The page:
By the early Oligocene, warm currents from the tropics were cut off by the developing Antarctic Circumpolar Current from some parts of Antarctica, leading to cooling and some ice sheet formation. This contributed to global cooling. Conditions were significantly cooler in the Tasmanian offshore region, and there is no positive evidence of land vegetation although this organic matter could have been oxidized during deposition in well-ventilated waters. Much of the land bridge had subsided beneath the ocean, so there was a smaller hinterland to supply sediment. Furthermore, the colder ocean provided less moisture, decreasing precipitation, and erosion. Altogether, far less siliciclastic sediment was transported from the land and generally slow deposition of deep-water pelagic sediments set in. However, the East Australian Current and currents moving down the western Australian margin continued to keep the Tasmanian region relatively warm, resulting in carbonate deposition rather than the siliceous biogenic deposition that marks much of the Antarctic margin. Furthermore, in the Tasmanian region, and even in the Cape Adare region on the conjugate Antarctic margin, there is no sign of glaciation during the early Oligocene.
The Drake Passage opened early in the Neogene, and the Tasmanian Seaway continued to open, strengthening and widening the Antarctic Circumpolar Current and strongly isolating Antarctica from warm-water influences from lower latitudes. At ~15 Ma, the east Antarctic cryosphere evolved into ice sheets comparable to those of present day. This intensified global cooling and thermohaline circulation. The "Icehouse" world had arrived. However, temperatures and current activity fluctuated, and dissolution and erosion varied over time. The Tasmanian region had been moving steadily northward so that its sediments were never south of the Polar Front, and pelagic carbonate continued to accumulate in deep waters at average rates of 1-2 cm/k.y. The upper Neogene sequences contain windblown dust from Australia, which was moving progressively northward into the drier midlatitudes. Along with global climate change associated with high latitude ice sheet expansion, this led to the massive aridity of Australia and an increase in dust abundance in some sequences after 5 Ma.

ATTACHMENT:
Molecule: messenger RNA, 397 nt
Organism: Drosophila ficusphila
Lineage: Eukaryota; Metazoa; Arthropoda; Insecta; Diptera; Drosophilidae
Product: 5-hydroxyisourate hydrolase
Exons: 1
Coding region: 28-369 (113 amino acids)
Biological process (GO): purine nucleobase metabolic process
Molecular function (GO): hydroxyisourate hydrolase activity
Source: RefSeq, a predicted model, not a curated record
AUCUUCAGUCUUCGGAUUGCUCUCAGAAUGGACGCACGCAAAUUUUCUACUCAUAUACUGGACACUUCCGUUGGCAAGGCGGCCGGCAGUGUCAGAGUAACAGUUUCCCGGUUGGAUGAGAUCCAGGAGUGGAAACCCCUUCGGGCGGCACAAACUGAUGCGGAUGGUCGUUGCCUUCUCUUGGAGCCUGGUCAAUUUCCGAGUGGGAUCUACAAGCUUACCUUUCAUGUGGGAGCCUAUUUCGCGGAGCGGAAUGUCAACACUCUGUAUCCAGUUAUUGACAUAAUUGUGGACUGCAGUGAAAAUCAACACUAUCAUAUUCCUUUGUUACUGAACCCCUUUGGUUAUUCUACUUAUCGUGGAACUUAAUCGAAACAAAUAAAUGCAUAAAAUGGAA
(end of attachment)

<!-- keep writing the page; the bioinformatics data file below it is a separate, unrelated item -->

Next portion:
Comparisons with sequences drilled elsewhere on the Antarctic margin will further improve our understanding of these momentous changes in Earth's history and some of the constraints on modern climates. If Australia had not broken away from Antarctica and moved northward, global climate may well have remained warm. We can now document in some detail the changes related to that tectonic movement. Tectonic information indicates that there were three critical tectonic events during the Cenozoic in the Tasmanian region: Paleocene strike-slip movement, terminating at 55 Ma by seafloor spreading south of the South Tasman Rise (STR); Eocene strike-slip movement along the western boundary between the STR and Antarctica, terminating in the latest Eocene around 34 Ma; and early Oligocene subsidence of the STR and collapse of the continental margin around Tasmania. The early Oligocene subsidence and collapse also occurred in the Victoria Land Basin east of the rising Transantarctic Mountains (Cape Roberts Scientific Team, 2000) and along the Otway coast on mainland Australia, northwest of Tasmania.
Postcruise studies and comparisons will better define and explain regional similarities and differences in tectonism, sedimentation, and climate. Initial studies of physical properties, wireline logs, and microfossils all show that climatic cycles of varying length are present throughout the entire sequence, and postcruise studies will better define Milankovitch and other cycles. In the Neogene pelagic carbonates, the excellent preservation and high depositional rates will allow detailed isotope studies of surface- and bottom-water temperatures through time. There is a unique opportunity to build Southern Ocean correlations between various microfossil groups--calcareous nannofossils, planktonic foraminifers, diatoms and radiolarians, and dinocysts, spores, and pollen. Geochemical studies have identified some unusual trends in the sequences, and the Paleogene sequence contains thin, almost-mature hydrocarbon source rocks at most sites.
Leg 189 results essentially encapsulate the evolution during the Cenozoic of the Antarctic system from "Greenhouse" to "Icehouse." The changes recorded in the cored sequences clearly reflect evolution of a tightly integrated, and at times dynamically evolving, system involving the lithosphere, hydrosphere, atmosphere, cryosphere, and biosphere.